Every year, as in every sales channel, the newsstand sees new products launched and old ones cancelled, with the ups and downs that can be expected in every industry but never with the steady downward spiral of death that pundits always blog about and publishers absorb as gospel truth. They may not be major enterprises the likes of which we saw throughout the 20th century print media heyday, but new print magazines are starting up every week. Even a cursory look at magazine genius Samir Husni’s must-read “Launch Monitor” blog reveals a general newsstand fitness that would astonish even the most well-versed paper-and-staple moguls; there were over 180 new ongoing magazines launched last year alone. And Husni reports a record-breaking 85% survival rate that should make any venture capitalist raise an eyebrow and open a wallet the next time a print-repreneur knocks on their door. With juicy big media magazine closures and frequency changes getting the headlines, it makes sense that no one would notice a new biannual about performance art, a “western outdoor adventure” journal, or a seasonal glossy recap of zombie action, but these success stories demonstrate one supremely important thing for comics publishers: far from being dead, the newsstand is a thriving — even nurturing — place for publications with smaller audiences that need some growth.
The best part about working on a book is that you never know where it could take you. For Melvin Goodge, one of the top-ten cartoon art historians by anyone’s measure (especially mine), it led to an entirely unplanned academic career, the birth of a new publishing format, and a cherished friendship.
While today we all know Melvin Goodge as a professor of Speech Bubbles at the Huntley Smoot University for Comic Sciences, way back in 1978 he was just a fresh-faced associate editor hungry for a little experience and a job that paid something to do anything at all with words. After answering a couple classified ads and landing just one interview, he wound up in the offices of Ringer Publishing Paperbacks. But somehow, Goodge wasn’t assigned a pile of submissions to read or a pile of breakfasts to purchase for the senior editors; by happenstance and two fortuitously timed sick days his first task was the plum assignment of shepherding into being the first paperback to feature all-new material from the hit comic strip Frank and His Friend. Continue reading
This is the second post in an ill-defined series on legal matters pertaining to intellectual property creation, development, and defense. Please read our intro post for back-story on why and, most importantly, some disclaimers.
The other day we dove into some of the basic ins and outs of copyright law and how it particularly relates to creating work for others, or hiring others to create work for you, or how it may make your head explode if you try to read legal filings about Superman. I know it was exceptionally exciting reading and that you can’t wait to get to trademark law, so far be it from me to keep you waiting. Though the copyright Bowie knife is arguably your most important protection as a creator in the IP jungle (since it’s common law and covers your actual ideas and work), trademark is kind of like your fishing rig; it’s quite useful, fairly optional, and wow, does it demand a lot of maintenance.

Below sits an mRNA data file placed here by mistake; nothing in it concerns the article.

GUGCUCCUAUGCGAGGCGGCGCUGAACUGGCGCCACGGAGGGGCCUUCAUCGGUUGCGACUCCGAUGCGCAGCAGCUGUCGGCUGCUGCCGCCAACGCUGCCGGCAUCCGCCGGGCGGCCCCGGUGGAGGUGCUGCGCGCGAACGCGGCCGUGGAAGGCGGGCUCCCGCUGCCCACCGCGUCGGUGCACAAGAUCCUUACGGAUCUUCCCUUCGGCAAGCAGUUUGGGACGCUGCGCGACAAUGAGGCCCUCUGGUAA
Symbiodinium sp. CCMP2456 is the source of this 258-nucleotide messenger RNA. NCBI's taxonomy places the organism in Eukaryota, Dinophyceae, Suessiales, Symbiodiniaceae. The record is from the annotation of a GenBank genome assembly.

Trademark: Pay Attention and It’ll Help You Out In the Long Run
Trademark protects logos, nomenclature, and any other marks that you might use in the course of doing business with your copyright-protected creative work, and it only works if you actively register those marks with the government.
You also have to use them; if someone else comes along and establishes a market presence with your marks while you were letting them sit in your basement unseen, a judge could reasonably decide that the marks are more legitimately theirs by right. (This happened when the Los Angeles Dodgers tried to claim protection for the Brooklyn Dodgers trademark they obtained when they bought the team in the ’50s; judge wasn’t even having that.) This concept is called “abandonment” and it has many IP-farm trademark-holders in a constant state of panic. More on this below.
Of course, like copyright, the marks you want to protect have to be unique and not under someone else’s control or part of common usage. This is partly common sense (no, you shouldn’t try to trademark “Luke Skywalker” or “water bottle” just to see what happens) but it’s also a legitimate matter of legal dispute. The word “thermos” is generally used to describe any food container that keeps things warm or cold, so it was legally determined to be not unique enough for Thermos L.L.C. to claim trademark protection. Failure to police your trademarks (actually, that should be “failure to police” since it’s another legal concept) can sometimes result in your marks becoming generic and therefore at risk of losing their protection.
Plus, you’ve got to make sure your trademarks are registered separately in every individual industry in which you plan to use them, and then you have to go ahead and actually use them. So, even if Thermos did hold the trademark for food and beverage containers, they likely don’t have one for books and magazines, which means that you can write a series of fantasy novels set in the mystical land of Thermos (and if you do, I will pre-order all the hardcovers).
More on the rules and regs as we get into some common trademark misunderstandings:
This is the first post in an ill-defined series on legal matters pertaining to intellectual property creation, development, and defense. Please read our intro post for back-story on why and, most importantly, some disclaimers.
This month’s resolution to the web of suits and countersuits between Marvel and Ghost Rider co-creator Gary Friedrich has brought to light some deeply rooted misunderstandings of trademark and copyright law. These were given greater voice in this week’s extra-legal conflict between artist Sean Murphy and Marvel. (I won’t recap them here, but you can follow those links for nicely succinct summaries.) Both instances involved disputes over what copyright and trademark protection affords so they serve as instructive examples of these legal intricacies, not the least of which is a pervasive confusion over the differences between the two.